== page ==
Short-term strategies threaten utilities as power demand stagnates
Last week, activist firm Elliott Management Corporation mandated that California-based Sempra Energy return to basics and shutter future growth activities. With U.S. electricity demand continuing to flatline, "a return to basics" will juice near-term prices, but risks Sempra’s long-term stability.
Why it matters: Elliott's strategy, like those of other activist investors, intensifies the structural pressure on once-stable utilities. As declining utility demand, stiffer competition and increased consumer interest in distributed services challenge legacy service models, utilities are struggling in part because some owners are playing a profit-squeezing short-game at the expense of long-term planning.
- In recent years, fast-moving distributed providers have started delivering smart-home services such as rooftop and community solar, allowing consumers to circumvent traditional utilities.
- Consumers increasingly expect more choice, transparency, digital engagement and sustainable services — areas in which utilities typically underperform.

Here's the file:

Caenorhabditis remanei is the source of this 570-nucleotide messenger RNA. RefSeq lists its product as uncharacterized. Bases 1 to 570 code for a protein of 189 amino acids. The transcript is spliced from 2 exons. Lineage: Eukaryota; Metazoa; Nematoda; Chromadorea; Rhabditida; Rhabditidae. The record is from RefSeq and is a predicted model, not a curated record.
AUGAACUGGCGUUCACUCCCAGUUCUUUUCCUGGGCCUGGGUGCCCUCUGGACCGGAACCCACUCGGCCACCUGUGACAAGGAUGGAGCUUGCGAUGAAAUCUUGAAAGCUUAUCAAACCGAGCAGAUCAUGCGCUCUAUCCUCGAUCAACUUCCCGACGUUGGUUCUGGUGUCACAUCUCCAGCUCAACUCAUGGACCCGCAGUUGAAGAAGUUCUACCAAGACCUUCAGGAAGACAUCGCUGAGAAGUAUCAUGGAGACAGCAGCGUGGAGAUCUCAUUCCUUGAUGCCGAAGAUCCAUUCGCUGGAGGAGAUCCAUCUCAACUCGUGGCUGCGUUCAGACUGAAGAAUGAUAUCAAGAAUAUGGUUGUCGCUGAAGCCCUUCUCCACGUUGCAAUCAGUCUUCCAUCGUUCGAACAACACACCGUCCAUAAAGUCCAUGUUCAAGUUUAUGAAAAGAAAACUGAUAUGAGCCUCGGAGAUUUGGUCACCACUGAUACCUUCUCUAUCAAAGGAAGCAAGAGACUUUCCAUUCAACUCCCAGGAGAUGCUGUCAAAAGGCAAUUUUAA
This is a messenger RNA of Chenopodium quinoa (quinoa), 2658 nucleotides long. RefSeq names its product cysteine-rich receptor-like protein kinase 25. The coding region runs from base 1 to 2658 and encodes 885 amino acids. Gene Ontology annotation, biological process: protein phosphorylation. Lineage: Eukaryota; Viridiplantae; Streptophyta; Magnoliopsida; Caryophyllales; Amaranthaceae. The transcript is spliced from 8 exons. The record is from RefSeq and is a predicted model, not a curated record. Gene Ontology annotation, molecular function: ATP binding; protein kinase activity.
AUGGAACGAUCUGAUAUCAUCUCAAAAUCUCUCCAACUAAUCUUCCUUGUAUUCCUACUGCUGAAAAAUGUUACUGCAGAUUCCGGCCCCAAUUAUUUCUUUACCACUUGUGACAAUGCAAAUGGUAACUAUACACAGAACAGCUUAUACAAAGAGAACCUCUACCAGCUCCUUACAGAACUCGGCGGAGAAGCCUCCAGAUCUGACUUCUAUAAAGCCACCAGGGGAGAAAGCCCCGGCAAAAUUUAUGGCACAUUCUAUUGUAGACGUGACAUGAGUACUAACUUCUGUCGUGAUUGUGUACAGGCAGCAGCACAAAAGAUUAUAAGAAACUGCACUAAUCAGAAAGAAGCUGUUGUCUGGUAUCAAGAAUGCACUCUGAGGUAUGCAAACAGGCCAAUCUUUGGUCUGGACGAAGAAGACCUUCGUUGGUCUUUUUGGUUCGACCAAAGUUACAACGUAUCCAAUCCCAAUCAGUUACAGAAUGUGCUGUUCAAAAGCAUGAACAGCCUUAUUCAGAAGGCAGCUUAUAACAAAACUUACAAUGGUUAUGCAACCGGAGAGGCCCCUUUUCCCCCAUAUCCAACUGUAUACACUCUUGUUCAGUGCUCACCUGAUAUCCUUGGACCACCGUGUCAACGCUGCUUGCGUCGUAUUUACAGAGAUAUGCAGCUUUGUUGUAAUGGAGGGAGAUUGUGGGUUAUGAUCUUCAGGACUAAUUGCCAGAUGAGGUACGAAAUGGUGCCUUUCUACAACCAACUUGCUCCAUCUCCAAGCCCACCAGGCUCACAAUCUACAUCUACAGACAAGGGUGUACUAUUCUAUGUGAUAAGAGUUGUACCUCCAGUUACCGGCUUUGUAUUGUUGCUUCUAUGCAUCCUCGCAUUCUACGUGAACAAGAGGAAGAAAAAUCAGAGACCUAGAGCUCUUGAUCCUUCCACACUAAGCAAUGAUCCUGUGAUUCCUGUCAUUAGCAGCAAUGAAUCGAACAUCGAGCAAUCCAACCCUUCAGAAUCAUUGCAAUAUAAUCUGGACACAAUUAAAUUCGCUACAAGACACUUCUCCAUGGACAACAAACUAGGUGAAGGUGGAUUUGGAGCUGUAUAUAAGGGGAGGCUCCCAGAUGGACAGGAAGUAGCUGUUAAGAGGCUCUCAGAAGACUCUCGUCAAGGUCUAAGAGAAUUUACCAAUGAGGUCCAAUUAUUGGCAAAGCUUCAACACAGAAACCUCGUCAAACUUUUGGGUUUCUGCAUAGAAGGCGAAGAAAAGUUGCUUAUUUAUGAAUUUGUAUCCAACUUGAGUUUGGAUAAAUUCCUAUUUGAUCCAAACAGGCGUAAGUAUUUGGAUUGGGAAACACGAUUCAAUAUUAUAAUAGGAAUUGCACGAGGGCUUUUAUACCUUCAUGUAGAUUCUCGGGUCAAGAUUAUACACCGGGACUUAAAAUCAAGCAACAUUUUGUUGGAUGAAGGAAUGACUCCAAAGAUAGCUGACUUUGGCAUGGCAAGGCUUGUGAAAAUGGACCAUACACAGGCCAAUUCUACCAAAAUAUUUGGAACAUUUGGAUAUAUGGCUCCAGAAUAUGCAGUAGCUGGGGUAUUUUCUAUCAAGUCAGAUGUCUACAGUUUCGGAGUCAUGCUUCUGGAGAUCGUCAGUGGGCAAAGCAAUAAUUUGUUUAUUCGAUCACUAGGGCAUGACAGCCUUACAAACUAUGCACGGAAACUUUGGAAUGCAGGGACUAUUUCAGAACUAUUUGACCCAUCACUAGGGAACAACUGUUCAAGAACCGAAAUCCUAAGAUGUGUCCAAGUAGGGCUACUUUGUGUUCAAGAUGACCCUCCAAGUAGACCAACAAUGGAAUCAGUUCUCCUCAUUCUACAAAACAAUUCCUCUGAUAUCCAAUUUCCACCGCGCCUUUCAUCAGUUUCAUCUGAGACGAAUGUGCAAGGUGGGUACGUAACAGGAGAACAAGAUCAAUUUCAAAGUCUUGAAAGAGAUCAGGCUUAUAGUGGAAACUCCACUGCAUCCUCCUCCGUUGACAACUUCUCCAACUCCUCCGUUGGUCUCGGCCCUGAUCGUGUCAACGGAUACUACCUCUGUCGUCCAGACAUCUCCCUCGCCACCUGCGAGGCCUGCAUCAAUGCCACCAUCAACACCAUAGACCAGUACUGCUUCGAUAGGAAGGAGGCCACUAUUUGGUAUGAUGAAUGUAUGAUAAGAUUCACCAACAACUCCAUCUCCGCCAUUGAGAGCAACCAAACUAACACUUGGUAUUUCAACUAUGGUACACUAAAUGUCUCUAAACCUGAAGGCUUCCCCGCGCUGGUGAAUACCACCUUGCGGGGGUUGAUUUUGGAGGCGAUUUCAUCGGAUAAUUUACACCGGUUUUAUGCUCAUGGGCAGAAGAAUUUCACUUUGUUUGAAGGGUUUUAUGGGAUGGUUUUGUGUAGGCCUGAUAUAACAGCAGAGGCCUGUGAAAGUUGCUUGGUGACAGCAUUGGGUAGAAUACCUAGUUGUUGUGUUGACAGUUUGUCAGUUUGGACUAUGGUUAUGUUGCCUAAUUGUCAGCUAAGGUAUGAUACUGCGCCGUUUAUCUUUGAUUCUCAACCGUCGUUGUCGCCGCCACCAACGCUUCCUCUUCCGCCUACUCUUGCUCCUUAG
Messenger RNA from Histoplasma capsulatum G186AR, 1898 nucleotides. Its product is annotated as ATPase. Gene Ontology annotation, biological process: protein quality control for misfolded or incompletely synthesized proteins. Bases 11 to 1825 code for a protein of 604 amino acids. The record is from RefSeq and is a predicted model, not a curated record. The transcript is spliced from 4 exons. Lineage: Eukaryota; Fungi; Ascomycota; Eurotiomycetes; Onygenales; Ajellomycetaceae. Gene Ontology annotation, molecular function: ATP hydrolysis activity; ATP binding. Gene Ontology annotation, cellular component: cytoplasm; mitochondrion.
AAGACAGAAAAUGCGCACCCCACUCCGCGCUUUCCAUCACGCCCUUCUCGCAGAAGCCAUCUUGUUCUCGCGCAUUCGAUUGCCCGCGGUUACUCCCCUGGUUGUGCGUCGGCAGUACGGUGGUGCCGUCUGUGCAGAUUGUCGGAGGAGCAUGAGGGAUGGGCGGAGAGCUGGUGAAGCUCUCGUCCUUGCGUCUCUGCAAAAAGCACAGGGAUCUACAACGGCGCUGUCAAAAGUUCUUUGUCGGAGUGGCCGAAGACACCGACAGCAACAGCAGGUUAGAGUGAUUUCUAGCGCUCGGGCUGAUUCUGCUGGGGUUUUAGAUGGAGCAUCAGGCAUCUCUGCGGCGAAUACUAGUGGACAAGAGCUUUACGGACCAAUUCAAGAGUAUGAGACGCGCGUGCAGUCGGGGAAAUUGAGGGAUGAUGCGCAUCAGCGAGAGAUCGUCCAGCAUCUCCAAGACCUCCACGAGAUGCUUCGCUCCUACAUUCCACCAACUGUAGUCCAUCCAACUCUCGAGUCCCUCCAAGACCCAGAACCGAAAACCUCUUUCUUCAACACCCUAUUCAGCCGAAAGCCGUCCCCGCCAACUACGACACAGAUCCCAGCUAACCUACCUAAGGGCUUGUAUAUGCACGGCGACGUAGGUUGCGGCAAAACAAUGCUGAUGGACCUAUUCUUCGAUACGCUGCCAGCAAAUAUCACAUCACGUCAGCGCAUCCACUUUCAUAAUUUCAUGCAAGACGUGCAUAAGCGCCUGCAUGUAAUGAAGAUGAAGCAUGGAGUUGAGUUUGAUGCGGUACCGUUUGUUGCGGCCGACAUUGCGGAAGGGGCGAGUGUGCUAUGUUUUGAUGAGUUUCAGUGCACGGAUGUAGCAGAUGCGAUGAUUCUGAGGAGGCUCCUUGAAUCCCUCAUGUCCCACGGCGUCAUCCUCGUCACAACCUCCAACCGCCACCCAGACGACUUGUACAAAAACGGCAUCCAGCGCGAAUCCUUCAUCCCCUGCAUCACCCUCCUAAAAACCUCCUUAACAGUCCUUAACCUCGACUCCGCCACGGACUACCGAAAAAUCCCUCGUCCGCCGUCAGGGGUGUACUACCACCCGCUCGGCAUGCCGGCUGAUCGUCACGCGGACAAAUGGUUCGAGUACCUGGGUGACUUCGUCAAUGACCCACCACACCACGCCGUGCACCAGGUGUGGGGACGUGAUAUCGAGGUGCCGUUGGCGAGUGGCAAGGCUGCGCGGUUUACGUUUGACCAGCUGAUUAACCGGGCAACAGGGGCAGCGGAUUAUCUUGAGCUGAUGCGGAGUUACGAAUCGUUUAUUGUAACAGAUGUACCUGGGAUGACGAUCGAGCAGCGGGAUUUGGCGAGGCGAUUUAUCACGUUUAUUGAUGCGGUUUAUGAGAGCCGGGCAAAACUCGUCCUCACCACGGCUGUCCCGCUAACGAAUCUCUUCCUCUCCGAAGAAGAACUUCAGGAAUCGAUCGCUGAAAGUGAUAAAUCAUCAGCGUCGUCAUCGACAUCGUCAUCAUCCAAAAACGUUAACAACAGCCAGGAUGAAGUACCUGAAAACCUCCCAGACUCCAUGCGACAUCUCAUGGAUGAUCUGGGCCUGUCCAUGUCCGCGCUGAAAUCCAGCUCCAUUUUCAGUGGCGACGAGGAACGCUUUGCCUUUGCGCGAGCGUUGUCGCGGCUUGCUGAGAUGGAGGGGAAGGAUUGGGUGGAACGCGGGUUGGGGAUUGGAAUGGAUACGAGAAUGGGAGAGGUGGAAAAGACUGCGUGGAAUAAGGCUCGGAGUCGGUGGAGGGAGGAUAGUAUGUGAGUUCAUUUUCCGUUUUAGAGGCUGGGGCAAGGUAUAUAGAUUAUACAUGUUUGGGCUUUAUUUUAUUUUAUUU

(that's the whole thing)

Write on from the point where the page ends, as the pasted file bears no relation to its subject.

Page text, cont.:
- Telecom, security and technology providers circling energy services as an entry-point to bourgeoning smart-home markets pose another competitive threat.
The impact: In the face of fresh competition and shifting market requirements, utilities are largely retreating, not repositioning. Despite large cash volumes, utilities have not invested in the technology, systems and talent to seize emerging opportunities. That’s partly a failure of leadership, but it's also a failure of capital structures that value dividend returns over long-term planning.
The bottom line: Like the landline-to-mobile-phone transition, the electrons-to-smart-home transition will create winners and losers. Elliott’s back-to-basics strategy for Sempra is just one example of how short-term thinking risks impeding long-term viability in rapidly changing markets.
Steve McBee is the former CEO of NRG Home.